South Africa hailed a WTO agreement to allow developing countries to start producing their own COVID-19 vaccines following a near two-year battle.
The World Trade Organization (WTO) announced a relaxation of intellectual property restrictions on vaccines on Wednesday in a move aimed at providing more equitable access to jabs but which many observers criticised for being limited in time and scope.
After months of wrangling, and talks going down to the wire this week to win over some major players in pharmaceutical manufacturing to a compromise text, the United States and China finally clinched the deal by agreeing on which countries would benefit from the waiver.
Both South Africa and India had been vocal in their demands for such a move which they said was needed to stop “vaccine apartheid”.
According to the WTO, 60 percent of the world’s population has received two doses of anti-COVID vaccine but there are glaring examples of inequity with only 17 percent having been jabbed in Libya, with the figure just eight percent in Nigeria and less than five in Cameroon.
In a statement, the South African government saluted a waiver designed to provide local vaccine manufacturers with the right to produce either vaccines or ingredients or elements that are under patents, without the authority of the patent holder, hailing this as a notable step forward — even if limited to five years.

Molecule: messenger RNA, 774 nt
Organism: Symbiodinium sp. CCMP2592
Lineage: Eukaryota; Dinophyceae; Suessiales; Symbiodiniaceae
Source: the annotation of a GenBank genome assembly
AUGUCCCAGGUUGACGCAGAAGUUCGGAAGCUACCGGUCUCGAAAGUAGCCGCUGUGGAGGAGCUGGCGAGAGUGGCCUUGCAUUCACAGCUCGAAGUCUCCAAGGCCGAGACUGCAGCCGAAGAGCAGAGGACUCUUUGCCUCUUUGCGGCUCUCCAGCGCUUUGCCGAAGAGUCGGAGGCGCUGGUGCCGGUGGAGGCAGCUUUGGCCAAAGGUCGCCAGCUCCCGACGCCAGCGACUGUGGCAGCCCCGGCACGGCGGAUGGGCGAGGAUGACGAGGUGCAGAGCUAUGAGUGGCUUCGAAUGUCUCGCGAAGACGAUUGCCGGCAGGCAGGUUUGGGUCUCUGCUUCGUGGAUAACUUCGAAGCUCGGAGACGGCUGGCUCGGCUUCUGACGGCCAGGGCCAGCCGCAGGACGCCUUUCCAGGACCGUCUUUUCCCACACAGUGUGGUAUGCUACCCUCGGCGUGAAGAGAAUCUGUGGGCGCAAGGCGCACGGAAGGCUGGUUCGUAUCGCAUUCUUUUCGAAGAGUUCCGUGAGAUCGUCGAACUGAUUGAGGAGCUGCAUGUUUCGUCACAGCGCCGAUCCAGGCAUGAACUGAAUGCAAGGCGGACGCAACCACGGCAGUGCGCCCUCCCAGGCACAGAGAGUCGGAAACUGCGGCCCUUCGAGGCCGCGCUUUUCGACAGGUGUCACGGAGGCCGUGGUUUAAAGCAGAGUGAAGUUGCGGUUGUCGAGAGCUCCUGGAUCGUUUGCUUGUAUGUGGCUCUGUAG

Pretoria added that “to scale up the production on the continent, further partnerships will be needed including access to know-how and technologies”.
The accord, for the time being, excludes, however, tests and costly therapeutic treatments against COVID on which the WTO is to pronounce in the coming six months.
Commercialisation in Africa will be a challenge, however.
Durban-based South African pharma giant Aspen, which clinched a deal last November with US-based Johnson & Johnson to manufacture a “made in Africa for Africa” Aspen-branded Covid vaccine Aspenovax, said last month it could pull the plug owing to lack of orders.
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